Disagreeable Grey

Gabrielle London

In today’s day and age, who really wants a house with historical character and charm? Why retain the architectural integrity and theatrical beauty of a decades-old home when instead you could have a cement block as your kitchen island and a shiplap accent wall! Wealthy millennials answer: “It’s stylish!” House-flippers are, in reality, a stain on humanity and history and have effectively ushered in the worst era of home remodeling. In addition to styling newly built homes in the same tired farmhouse-chic style, these small “flip” teams have also begun to target and incite the decimation of old homes—homes whose lifespans are triple that of those who buy them. Houses are sources of refuge and emotional tranquility. By placing sameness and marketability above warmth and personality in terms of value, home-flippers are leading the charge on the destruction of character both in homes and in the people who inhabit them.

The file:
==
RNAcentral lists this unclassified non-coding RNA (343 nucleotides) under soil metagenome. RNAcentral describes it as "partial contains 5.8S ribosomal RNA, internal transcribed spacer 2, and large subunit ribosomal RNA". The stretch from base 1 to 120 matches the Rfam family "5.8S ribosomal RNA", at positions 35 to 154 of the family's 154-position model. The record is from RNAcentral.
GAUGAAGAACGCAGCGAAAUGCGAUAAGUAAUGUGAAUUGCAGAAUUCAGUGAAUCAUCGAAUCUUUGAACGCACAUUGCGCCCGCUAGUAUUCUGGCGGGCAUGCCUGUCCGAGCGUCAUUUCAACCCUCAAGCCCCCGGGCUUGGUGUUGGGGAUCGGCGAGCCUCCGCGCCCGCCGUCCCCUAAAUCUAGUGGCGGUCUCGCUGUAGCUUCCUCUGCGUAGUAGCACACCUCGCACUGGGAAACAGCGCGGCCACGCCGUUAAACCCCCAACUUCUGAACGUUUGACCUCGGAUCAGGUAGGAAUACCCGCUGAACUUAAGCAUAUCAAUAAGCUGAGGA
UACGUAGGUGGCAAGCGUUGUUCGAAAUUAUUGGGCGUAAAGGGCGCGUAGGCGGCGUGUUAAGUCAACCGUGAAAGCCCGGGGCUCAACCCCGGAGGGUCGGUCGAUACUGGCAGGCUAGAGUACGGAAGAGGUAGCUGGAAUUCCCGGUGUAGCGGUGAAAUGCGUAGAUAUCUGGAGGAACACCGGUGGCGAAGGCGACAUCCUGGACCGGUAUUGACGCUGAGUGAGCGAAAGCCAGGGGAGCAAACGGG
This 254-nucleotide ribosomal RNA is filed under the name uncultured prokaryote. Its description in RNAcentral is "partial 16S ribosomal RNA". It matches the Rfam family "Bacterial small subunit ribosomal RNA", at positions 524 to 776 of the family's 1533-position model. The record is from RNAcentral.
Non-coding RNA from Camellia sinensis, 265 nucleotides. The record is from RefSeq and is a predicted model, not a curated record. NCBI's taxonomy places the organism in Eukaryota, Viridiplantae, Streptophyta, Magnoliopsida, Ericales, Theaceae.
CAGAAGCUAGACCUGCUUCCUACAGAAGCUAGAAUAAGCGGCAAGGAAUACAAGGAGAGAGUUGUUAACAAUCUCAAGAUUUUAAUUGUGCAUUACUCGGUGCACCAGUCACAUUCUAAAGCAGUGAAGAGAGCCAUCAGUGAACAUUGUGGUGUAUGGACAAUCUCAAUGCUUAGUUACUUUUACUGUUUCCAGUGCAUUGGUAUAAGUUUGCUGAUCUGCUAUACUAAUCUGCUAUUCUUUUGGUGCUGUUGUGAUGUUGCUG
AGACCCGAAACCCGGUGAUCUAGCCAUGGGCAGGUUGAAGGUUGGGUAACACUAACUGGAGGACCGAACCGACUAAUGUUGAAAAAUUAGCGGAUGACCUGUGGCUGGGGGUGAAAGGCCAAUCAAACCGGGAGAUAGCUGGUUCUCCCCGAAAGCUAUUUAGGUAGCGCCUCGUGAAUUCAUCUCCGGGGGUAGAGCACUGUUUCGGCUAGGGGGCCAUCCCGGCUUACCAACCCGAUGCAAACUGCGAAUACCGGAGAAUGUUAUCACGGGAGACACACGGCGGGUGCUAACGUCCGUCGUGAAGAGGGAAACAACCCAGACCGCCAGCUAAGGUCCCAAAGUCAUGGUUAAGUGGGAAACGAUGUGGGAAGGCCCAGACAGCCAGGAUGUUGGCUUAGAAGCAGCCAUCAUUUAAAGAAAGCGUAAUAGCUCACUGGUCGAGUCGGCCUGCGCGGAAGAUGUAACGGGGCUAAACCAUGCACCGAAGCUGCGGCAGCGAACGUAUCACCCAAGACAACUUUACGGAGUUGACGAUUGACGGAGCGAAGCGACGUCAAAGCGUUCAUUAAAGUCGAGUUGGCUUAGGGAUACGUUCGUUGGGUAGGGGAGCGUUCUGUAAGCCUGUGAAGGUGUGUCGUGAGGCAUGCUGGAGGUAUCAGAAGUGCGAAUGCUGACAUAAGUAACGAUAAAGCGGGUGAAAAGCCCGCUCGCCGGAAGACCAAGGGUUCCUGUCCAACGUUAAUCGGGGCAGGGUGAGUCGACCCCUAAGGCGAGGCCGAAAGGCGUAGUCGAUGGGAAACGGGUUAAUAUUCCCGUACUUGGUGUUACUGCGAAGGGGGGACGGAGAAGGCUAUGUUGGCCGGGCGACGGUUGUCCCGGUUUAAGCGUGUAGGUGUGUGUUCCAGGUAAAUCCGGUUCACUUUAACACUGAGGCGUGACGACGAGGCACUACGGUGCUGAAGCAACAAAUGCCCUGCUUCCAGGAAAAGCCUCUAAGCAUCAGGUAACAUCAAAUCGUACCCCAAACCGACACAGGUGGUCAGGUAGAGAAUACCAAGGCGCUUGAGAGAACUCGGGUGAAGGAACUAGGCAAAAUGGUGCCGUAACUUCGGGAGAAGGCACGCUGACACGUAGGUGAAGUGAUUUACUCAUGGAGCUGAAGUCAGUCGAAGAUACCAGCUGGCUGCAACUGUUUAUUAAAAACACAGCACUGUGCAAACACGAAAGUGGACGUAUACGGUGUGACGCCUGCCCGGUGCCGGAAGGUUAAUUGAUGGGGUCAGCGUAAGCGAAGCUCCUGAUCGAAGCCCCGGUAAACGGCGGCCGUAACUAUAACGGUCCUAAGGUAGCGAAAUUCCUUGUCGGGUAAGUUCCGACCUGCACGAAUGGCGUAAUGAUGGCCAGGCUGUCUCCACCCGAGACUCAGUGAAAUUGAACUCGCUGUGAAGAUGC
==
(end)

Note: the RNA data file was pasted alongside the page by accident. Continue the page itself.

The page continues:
There are a litany of problems with modern home-design culture, but the primary issue is the death of character. Across the nation, landscapes are disappearing in favor of new sprawling neighborhoods to support the growing population of homeowners. This surge of people moving and buying homes en masse is not unheard of in history; in fact, the same situation occurred not 80 years ago with the eruption of the baby boom. The difference, however, is the care that was put into the construction of new houses. In the 1980s and earlier decades, there was far more consideration behind building a place where people were to live. The process was not the careless slapping together of plywood, not a foundation formed in three days. Rather, sturdy materials were used, accompanied by the understanding that a house was where one lives a life and as such must be reliable and personal. There has to be a relationship between building and builder, a mutual dependency to give one another a deservedly strong reputation. The same is true for any epoch preceding our own–there was an understanding amongst buyers and builders that it was absolutely essential for homes to last. The design of interiors holds true just the same, in that there was far more excitement in choosing a colorful wash for the walls or a sculpted design for the banister. Today, designers all advertise the same idea of having a “modern” or “contemporary” look. This consists, however, of varying tones of gray and white, of furniture that may as well have been stolen straight from an IKEA display. Subway tile sprawls throughout the house, and slabs of marble or concrete dominate every functional surface. Eggshell and ivory, they claim, are worlds apart in color. Yet none of these things hold any vibrancy or emotion. When these designers are inevitably hired to paint and style every identical looking house in the shiny new neighborhood, all individuality is lost. These depressed spaces consume homes, creating an emotional vacuum and celebrating the brutal massacre of liveable art.